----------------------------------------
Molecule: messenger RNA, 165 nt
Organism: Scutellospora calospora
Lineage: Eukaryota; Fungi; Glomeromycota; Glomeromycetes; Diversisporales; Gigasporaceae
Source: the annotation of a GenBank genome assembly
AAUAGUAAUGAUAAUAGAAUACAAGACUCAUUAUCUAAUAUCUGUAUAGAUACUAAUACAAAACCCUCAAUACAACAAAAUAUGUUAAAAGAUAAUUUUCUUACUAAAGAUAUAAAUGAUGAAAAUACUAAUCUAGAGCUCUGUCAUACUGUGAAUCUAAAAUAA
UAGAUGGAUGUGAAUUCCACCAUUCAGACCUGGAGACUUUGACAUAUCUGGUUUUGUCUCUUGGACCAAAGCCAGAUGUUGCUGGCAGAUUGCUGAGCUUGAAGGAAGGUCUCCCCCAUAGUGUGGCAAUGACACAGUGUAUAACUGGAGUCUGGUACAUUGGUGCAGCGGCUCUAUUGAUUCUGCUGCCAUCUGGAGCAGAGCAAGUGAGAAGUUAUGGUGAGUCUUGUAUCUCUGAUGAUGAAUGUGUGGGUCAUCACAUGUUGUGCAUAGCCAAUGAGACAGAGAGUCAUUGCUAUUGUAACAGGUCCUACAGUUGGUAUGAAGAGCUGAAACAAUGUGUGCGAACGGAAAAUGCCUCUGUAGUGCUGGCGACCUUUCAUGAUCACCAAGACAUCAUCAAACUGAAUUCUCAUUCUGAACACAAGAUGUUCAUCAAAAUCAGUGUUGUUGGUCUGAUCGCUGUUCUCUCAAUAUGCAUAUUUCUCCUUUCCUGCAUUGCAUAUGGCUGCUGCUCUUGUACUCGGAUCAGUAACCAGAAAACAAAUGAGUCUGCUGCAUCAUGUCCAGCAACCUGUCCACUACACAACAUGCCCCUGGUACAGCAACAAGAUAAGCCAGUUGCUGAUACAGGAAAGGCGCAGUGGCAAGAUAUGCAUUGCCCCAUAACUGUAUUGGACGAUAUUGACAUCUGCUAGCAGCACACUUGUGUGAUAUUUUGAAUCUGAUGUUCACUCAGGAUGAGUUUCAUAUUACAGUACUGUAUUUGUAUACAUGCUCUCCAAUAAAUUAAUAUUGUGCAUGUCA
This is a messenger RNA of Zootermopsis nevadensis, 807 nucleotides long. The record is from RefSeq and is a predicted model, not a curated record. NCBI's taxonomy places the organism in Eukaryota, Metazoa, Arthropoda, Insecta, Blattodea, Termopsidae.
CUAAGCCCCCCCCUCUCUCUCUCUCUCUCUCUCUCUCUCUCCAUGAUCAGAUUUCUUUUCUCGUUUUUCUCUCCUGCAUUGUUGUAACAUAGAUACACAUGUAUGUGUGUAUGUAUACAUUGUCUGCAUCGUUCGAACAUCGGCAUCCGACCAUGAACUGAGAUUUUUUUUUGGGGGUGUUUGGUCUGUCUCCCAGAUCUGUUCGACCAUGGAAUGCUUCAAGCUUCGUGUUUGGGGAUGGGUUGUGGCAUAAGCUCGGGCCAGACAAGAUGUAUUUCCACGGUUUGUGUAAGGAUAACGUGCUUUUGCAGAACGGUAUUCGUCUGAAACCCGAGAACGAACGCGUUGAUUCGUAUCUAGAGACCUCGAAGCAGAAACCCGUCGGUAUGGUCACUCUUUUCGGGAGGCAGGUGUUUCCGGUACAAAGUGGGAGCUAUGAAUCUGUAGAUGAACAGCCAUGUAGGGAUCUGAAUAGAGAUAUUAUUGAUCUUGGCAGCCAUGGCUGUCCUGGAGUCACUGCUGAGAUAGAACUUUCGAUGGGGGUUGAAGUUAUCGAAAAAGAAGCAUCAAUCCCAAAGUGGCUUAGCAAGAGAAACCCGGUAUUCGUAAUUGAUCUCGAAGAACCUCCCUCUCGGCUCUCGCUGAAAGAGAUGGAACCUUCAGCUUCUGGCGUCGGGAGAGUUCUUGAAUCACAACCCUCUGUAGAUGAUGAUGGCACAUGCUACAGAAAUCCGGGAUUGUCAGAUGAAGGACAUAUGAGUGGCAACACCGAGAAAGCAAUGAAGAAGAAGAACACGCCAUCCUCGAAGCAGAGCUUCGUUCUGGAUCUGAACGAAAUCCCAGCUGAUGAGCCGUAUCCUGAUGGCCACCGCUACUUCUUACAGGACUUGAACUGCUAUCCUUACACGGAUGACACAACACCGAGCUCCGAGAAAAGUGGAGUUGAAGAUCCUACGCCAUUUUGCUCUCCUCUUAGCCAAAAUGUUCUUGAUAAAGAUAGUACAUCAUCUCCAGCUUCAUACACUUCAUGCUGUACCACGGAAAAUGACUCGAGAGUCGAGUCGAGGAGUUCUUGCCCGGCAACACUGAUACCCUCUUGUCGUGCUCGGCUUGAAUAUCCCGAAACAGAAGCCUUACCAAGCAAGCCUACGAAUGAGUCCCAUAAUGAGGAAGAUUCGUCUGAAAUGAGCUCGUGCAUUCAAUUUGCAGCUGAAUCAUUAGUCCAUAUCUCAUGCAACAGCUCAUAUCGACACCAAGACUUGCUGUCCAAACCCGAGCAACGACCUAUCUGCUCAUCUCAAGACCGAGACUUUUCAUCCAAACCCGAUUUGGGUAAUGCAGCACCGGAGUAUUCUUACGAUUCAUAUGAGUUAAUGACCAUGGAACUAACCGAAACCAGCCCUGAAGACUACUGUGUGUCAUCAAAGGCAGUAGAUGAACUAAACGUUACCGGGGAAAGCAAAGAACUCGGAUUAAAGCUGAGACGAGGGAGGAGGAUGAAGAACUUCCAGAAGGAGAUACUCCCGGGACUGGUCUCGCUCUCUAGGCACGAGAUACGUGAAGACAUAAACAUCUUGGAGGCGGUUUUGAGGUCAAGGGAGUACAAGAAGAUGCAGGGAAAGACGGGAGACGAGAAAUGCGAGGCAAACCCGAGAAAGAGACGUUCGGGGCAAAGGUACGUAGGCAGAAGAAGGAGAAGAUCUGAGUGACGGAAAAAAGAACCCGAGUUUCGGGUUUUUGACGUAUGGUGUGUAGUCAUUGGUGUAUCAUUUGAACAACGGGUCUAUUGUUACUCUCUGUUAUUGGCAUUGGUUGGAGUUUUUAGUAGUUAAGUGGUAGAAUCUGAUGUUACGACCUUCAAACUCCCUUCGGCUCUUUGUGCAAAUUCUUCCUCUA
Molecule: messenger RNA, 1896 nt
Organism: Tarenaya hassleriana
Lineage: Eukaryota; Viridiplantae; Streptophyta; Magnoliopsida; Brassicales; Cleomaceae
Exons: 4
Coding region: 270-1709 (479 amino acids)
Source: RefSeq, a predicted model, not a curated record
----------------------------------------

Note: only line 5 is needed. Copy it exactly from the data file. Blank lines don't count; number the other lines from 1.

AAUAGUAAUGAUAAUAGAAUACAAGACUCAUUAUCUAAUAUCUGUAUAGAUACUAAUACAAAACCCUCAAUACAACAAAAUAUGUUAAAAGAUAAUUUUCUUACUAAAGAUAUAAAUGAUGAAAAUACUAAUCUAGAGCUCUGUCAUACUGUGAAUCUAAAAUAA